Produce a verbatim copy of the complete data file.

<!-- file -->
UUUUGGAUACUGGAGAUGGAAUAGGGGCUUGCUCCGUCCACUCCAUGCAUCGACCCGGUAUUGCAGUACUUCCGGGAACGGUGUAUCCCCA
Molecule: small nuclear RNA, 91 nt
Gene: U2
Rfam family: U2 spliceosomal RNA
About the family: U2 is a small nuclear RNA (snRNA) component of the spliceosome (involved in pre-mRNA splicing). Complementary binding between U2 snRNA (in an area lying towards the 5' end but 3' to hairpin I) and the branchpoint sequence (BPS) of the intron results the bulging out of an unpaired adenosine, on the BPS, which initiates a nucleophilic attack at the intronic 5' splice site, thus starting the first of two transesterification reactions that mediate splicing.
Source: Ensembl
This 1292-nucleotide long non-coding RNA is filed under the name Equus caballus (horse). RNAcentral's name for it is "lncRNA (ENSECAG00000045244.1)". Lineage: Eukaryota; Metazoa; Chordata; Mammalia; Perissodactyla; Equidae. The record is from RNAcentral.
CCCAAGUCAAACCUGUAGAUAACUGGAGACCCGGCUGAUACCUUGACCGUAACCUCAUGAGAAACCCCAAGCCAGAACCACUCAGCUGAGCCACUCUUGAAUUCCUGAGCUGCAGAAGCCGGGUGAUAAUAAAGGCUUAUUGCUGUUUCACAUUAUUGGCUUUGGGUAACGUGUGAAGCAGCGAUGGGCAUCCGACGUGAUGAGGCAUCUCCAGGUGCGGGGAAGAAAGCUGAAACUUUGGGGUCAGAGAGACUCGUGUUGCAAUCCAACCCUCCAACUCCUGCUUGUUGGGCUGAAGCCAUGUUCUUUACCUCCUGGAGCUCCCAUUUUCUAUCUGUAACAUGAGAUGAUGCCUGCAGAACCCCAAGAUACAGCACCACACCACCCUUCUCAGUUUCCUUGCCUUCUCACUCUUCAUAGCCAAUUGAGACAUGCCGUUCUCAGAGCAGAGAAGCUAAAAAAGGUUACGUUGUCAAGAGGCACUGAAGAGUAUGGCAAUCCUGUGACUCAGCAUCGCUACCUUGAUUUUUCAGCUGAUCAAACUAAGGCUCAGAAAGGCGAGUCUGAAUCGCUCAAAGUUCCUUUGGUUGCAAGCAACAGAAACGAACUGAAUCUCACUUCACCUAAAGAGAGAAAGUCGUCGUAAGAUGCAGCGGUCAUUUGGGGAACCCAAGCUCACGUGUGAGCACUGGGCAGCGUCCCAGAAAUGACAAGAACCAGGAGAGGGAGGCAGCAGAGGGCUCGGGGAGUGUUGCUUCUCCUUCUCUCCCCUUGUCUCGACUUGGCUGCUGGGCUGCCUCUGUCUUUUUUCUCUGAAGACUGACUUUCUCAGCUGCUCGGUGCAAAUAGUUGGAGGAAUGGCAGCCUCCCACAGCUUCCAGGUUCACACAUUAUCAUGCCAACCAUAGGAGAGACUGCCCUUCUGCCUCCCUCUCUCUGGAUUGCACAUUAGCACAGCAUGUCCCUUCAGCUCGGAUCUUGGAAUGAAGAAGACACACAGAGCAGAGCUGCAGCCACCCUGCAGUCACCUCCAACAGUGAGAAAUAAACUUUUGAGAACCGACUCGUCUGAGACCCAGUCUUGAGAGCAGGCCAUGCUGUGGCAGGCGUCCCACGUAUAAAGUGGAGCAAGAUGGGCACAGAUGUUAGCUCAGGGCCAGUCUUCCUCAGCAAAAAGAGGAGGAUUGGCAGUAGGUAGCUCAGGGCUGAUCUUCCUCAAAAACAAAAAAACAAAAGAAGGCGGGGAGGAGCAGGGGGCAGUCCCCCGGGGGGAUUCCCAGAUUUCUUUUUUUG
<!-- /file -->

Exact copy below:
UUUUGGAUACUGGAGAUGGAAUAGGGGCUUGCUCCGUCCACUCCAUGCAUCGACCCGGUAUUGCAGUACUUCCGGGAACGGUGUAUCCCCA
Molecule: small nuclear RNA, 91 nt
Gene: U2
Rfam family: U2 spliceosomal RNA
About the family: U2 is a small nuclear RNA (snRNA) component of the spliceosome (involved in pre-mRNA splicing). Complementary binding between U2 snRNA (in an area lying towards the 5' end but 3' to hairpin I) and the branchpoint sequence (BPS) of the intron results the bulging out of an unpaired adenosine, on the BPS, which initiates a nucleophilic attack at the intronic 5' splice site, thus starting the first of two transesterification reactions that mediate splicing.
Source: Ensembl
This 1292-nucleotide long non-coding RNA is filed under the name Equus caballus (horse). RNAcentral's name for it is "lncRNA (ENSECAG00000045244.1)". Lineage: Eukaryota; Metazoa; Chordata; Mammalia; Perissodactyla; Equidae. The record is from RNAcentral.
CCCAAGUCAAACCUGUAGAUAACUGGAGACCCGGCUGAUACCUUGACCGUAACCUCAUGAGAAACCCCAAGCCAGAACCACUCAGCUGAGCCACUCUUGAAUUCCUGAGCUGCAGAAGCCGGGUGAUAAUAAAGGCUUAUUGCUGUUUCACAUUAUUGGCUUUGGGUAACGUGUGAAGCAGCGAUGGGCAUCCGACGUGAUGAGGCAUCUCCAGGUGCGGGGAAGAAAGCUGAAACUUUGGGGUCAGAGAGACUCGUGUUGCAAUCCAACCCUCCAACUCCUGCUUGUUGGGCUGAAGCCAUGUUCUUUACCUCCUGGAGCUCCCAUUUUCUAUCUGUAACAUGAGAUGAUGCCUGCAGAACCCCAAGAUACAGCACCACACCACCCUUCUCAGUUUCCUUGCCUUCUCACUCUUCAUAGCCAAUUGAGACAUGCCGUUCUCAGAGCAGAGAAGCUAAAAAAGGUUACGUUGUCAAGAGGCACUGAAGAGUAUGGCAAUCCUGUGACUCAGCAUCGCUACCUUGAUUUUUCAGCUGAUCAAACUAAGGCUCAGAAAGGCGAGUCUGAAUCGCUCAAAGUUCCUUUGGUUGCAAGCAACAGAAACGAACUGAAUCUCACUUCACCUAAAGAGAGAAAGUCGUCGUAAGAUGCAGCGGUCAUUUGGGGAACCCAAGCUCACGUGUGAGCACUGGGCAGCGUCCCAGAAAUGACAAGAACCAGGAGAGGGAGGCAGCAGAGGGCUCGGGGAGUGUUGCUUCUCCUUCUCUCCCCUUGUCUCGACUUGGCUGCUGGGCUGCCUCUGUCUUUUUUCUCUGAAGACUGACUUUCUCAGCUGCUCGGUGCAAAUAGUUGGAGGAAUGGCAGCCUCCCACAGCUUCCAGGUUCACACAUUAUCAUGCCAACCAUAGGAGAGACUGCCCUUCUGCCUCCCUCUCUCUGGAUUGCACAUUAGCACAGCAUGUCCCUUCAGCUCGGAUCUUGGAAUGAAGAAGACACACAGAGCAGAGCUGCAGCCACCCUGCAGUCACCUCCAACAGUGAGAAAUAAACUUUUGAGAACCGACUCGUCUGAGACCCAGUCUUGAGAGCAGGCCAUGCUGUGGCAGGCGUCCCACGUAUAAAGUGGAGCAAGAUGGGCACAGAUGUUAGCUCAGGGCCAGUCUUCCUCAGCAAAAAGAGGAGGAUUGGCAGUAGGUAGCUCAGGGCUGAUCUUCCUCAAAAACAAAAAAACAAAAGAAGGCGGGGAGGAGCAGGGGGCAGUCCCCCGGGGGGAUUCCCAGAUUUCUUUUUUUG